Letter 28

Maadhavi Chechi,
I grew up in a small town call Kannur in Kerala in the 90s. Once every couple of years during our childhood, we would visit my aunt and uncle in Vadagara (Kerala) and spend a few nights at their house, visiting cousins, playing board games and engaging ourselves in all things that a set of pre-internet kids would engage themselves in.
One of the perks of visiting my aunt and uncle was that they owned a movie theater, and we would get to watch a movie in the private balcony section of the theater during each visit. It was one such summer, when Akashadoothu came out. That was also the summer when I saw Akaashadoothu for the first and last time.
When I say “first and last time”, it is by no means meant as a diss to the creators, actors and contributors of Akaashadoothu. In fact, it is quite the opposite. The story had been so masterfully woven that It successfully achieved its goal of being the saddest story ever told, so much so that it is basically impossible for me to watch that movie one more time.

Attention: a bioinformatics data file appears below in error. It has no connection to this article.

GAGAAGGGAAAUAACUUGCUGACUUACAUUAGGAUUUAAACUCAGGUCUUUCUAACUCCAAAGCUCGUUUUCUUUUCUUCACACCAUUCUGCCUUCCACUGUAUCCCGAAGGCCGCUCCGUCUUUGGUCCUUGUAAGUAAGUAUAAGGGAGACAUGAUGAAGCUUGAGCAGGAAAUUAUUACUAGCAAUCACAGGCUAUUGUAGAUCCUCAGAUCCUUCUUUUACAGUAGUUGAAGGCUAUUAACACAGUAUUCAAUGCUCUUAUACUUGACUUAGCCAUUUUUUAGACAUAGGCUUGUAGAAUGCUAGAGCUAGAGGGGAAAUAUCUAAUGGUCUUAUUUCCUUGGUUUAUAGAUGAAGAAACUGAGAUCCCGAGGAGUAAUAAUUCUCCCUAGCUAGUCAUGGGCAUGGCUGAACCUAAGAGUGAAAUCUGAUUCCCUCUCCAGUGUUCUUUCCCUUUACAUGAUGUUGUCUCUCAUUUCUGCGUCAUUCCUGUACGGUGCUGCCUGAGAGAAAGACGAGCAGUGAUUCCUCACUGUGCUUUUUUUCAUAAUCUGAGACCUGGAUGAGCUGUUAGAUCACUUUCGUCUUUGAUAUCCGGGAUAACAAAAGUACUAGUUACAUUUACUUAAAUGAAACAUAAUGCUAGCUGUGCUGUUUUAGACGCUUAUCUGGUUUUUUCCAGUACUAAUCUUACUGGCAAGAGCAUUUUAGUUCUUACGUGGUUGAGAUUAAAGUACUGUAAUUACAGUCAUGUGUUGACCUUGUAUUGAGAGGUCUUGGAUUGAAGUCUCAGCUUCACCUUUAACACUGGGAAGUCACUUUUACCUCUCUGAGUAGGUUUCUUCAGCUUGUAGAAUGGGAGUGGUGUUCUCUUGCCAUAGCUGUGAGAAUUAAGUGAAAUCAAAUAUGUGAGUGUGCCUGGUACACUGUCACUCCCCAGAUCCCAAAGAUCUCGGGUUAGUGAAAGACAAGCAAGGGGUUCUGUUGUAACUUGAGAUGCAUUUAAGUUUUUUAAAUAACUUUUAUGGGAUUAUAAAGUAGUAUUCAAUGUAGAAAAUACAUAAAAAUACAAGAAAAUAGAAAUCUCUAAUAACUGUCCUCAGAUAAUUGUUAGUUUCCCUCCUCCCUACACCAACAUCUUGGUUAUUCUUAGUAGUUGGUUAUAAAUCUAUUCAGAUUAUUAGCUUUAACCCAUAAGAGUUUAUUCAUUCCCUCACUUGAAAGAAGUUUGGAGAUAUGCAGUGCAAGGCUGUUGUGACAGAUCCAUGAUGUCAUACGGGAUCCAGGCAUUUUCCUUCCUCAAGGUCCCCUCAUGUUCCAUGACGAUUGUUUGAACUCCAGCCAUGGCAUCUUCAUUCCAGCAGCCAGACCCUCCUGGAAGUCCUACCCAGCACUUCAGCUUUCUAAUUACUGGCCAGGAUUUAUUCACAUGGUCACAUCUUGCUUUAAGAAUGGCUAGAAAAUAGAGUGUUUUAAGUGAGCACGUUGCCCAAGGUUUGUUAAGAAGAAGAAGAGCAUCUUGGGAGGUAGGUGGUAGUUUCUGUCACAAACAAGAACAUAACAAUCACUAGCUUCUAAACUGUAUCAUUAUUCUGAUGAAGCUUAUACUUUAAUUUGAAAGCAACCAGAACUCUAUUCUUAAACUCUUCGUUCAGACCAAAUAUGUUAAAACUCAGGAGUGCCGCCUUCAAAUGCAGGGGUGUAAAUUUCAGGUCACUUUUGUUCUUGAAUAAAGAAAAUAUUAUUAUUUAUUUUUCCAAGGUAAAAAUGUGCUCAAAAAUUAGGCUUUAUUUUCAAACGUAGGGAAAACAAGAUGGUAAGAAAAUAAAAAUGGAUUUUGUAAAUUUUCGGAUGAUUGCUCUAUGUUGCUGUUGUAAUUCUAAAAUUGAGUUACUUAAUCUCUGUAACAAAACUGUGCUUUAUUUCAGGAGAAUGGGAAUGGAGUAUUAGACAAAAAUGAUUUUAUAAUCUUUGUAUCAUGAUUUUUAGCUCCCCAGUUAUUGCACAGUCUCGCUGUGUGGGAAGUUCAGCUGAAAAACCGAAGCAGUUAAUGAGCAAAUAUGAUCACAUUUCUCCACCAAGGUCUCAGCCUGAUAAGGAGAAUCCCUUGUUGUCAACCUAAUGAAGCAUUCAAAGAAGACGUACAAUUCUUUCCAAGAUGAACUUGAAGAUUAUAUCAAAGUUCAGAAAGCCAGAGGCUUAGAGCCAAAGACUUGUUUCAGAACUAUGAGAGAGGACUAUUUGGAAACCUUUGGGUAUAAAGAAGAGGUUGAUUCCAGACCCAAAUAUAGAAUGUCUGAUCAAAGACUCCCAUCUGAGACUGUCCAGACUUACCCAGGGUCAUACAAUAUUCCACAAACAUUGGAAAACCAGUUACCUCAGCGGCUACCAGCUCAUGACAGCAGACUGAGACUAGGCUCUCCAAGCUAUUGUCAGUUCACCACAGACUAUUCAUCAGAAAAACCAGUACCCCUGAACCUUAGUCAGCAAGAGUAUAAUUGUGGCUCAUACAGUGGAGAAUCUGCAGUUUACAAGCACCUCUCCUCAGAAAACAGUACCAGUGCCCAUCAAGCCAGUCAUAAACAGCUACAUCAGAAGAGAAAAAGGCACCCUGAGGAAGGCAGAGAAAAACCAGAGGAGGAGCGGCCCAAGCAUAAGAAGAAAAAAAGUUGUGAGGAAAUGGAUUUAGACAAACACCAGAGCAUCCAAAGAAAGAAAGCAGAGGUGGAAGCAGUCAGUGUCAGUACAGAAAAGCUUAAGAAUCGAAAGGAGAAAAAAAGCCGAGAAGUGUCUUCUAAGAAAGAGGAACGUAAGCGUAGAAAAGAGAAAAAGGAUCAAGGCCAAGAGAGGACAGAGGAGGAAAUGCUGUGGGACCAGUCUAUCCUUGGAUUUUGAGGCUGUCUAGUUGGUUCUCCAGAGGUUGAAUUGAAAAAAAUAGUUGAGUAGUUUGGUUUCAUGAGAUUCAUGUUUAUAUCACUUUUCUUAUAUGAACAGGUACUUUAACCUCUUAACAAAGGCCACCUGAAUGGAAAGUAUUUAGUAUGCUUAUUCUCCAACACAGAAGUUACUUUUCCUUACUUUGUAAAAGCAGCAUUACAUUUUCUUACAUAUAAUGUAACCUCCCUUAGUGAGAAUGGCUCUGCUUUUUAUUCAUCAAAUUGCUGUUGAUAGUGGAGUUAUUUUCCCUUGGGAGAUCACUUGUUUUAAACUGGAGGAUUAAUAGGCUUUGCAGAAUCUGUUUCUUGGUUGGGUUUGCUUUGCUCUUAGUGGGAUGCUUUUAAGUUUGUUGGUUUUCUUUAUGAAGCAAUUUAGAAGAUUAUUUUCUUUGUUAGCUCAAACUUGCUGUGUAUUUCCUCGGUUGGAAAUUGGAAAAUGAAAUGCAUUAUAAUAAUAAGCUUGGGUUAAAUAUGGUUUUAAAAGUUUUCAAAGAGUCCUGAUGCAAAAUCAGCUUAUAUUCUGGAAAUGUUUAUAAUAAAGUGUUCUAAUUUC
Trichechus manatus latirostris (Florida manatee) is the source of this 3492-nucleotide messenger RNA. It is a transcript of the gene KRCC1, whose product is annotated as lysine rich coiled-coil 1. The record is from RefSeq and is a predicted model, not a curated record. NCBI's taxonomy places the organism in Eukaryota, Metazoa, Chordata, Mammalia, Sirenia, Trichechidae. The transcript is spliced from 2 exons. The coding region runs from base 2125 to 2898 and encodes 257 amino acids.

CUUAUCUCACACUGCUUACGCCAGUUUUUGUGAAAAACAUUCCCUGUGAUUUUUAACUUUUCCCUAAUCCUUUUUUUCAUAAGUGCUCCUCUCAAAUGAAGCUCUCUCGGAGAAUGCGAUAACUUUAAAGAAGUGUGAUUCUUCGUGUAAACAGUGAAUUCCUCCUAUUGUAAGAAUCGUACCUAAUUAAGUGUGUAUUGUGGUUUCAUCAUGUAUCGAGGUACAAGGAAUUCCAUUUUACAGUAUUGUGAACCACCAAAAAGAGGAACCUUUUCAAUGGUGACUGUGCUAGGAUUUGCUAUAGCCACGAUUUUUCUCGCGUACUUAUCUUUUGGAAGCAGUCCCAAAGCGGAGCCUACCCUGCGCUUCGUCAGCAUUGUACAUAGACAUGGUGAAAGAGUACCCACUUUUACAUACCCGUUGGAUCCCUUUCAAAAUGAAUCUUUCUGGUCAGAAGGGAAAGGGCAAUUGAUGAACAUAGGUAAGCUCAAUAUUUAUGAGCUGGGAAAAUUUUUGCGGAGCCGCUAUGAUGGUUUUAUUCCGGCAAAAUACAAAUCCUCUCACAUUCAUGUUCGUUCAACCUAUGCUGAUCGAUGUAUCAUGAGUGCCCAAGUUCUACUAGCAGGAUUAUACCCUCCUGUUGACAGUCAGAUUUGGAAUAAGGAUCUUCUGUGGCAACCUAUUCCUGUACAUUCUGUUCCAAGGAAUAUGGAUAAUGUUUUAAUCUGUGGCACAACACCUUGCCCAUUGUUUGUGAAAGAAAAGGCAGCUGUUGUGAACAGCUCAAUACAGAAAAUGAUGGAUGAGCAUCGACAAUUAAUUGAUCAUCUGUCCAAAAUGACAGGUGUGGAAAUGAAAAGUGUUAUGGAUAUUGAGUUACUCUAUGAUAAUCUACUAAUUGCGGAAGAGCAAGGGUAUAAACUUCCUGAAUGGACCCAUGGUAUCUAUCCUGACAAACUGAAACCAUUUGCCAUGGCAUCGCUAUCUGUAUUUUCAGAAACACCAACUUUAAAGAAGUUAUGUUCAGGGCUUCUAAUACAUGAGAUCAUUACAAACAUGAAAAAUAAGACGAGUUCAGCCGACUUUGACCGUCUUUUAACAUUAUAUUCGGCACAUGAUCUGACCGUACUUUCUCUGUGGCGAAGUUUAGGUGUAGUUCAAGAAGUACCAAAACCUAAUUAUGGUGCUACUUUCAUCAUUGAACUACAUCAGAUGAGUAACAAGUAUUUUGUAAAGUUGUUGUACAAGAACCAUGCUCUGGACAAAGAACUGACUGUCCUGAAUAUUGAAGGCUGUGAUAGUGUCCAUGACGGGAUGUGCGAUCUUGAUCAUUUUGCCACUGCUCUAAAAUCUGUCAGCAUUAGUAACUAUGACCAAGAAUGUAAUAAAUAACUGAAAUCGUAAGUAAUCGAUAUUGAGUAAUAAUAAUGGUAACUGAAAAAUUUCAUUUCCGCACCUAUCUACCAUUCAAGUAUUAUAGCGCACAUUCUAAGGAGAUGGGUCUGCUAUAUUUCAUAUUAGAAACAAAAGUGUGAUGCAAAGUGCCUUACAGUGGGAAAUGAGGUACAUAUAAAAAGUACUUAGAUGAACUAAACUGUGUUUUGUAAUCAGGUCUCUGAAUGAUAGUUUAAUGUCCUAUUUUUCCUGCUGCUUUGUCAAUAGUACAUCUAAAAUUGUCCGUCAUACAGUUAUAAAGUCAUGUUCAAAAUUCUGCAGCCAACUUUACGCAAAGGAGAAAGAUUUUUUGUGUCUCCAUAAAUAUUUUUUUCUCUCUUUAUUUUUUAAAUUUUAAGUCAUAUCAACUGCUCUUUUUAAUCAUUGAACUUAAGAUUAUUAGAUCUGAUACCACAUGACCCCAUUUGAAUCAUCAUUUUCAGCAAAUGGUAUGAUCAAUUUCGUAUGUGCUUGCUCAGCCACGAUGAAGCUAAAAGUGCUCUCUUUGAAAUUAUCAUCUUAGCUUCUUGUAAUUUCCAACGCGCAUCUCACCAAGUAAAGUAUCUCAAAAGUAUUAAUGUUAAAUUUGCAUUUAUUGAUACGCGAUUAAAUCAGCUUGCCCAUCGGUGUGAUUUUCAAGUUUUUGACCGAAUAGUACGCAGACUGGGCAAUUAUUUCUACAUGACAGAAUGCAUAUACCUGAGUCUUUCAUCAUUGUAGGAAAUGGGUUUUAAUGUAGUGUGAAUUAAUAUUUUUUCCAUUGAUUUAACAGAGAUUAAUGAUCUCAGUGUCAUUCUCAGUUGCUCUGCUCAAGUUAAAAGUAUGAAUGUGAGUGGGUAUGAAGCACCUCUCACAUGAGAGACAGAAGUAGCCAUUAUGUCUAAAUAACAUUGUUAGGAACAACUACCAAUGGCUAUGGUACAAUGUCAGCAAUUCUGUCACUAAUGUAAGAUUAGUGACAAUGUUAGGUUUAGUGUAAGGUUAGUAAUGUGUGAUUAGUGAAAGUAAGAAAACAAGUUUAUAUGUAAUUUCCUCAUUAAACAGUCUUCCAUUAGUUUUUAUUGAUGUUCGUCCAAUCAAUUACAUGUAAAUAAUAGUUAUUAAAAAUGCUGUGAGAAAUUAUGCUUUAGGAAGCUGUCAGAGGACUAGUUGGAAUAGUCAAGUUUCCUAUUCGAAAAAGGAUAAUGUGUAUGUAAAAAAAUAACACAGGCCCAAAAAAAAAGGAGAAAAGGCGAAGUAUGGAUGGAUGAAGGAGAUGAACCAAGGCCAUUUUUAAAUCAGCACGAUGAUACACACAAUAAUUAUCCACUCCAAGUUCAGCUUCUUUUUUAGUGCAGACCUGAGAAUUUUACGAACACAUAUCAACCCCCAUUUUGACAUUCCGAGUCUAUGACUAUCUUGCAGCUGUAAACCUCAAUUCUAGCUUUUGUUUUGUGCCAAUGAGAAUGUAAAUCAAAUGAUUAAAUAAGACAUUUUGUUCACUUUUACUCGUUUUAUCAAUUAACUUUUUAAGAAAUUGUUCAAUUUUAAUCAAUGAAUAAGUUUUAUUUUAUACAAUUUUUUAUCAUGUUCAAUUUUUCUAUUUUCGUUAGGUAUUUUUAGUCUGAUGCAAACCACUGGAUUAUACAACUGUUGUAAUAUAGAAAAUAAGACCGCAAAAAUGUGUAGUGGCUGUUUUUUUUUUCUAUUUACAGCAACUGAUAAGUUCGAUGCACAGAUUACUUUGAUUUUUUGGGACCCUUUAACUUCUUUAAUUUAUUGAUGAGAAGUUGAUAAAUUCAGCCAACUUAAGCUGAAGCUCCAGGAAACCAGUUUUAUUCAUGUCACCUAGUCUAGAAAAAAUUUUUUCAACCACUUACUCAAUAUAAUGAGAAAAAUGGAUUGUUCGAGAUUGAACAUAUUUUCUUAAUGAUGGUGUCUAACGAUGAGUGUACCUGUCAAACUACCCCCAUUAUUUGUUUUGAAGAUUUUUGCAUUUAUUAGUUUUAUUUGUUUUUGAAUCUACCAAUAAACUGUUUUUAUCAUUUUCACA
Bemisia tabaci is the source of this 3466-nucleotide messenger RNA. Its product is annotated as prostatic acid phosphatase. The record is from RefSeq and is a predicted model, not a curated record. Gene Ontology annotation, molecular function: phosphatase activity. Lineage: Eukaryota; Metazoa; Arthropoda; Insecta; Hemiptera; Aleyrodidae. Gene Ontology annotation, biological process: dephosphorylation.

Now you might be wondering why I’ve been forcing you to take a trip down my (a stranger’s) memory lane. Well – I have you to thank for that. I was actually getting lost in the wonderful world of Facebook and the interweb, on a beautifully warm Saturday night, when I came  across a Facebook post about a famous Mayalam actress from the 90s who now flies planes. Curiosity got the best of me, and I clicked the bait. And before I knew It, I was deeply immersed in the biography of someone, who to me was (and always will be) “Annie” from Akaashadoothu – the character that was the backbone of Akaashadoothu.
Reading about “Madhavi” and doing a Google search on “Madhavi” is what brought me to this email address. And here I am. I am not sure if this is a real email address. Either way, I would like to say “Hello Madhavi Chechi”. I would love to hear from you.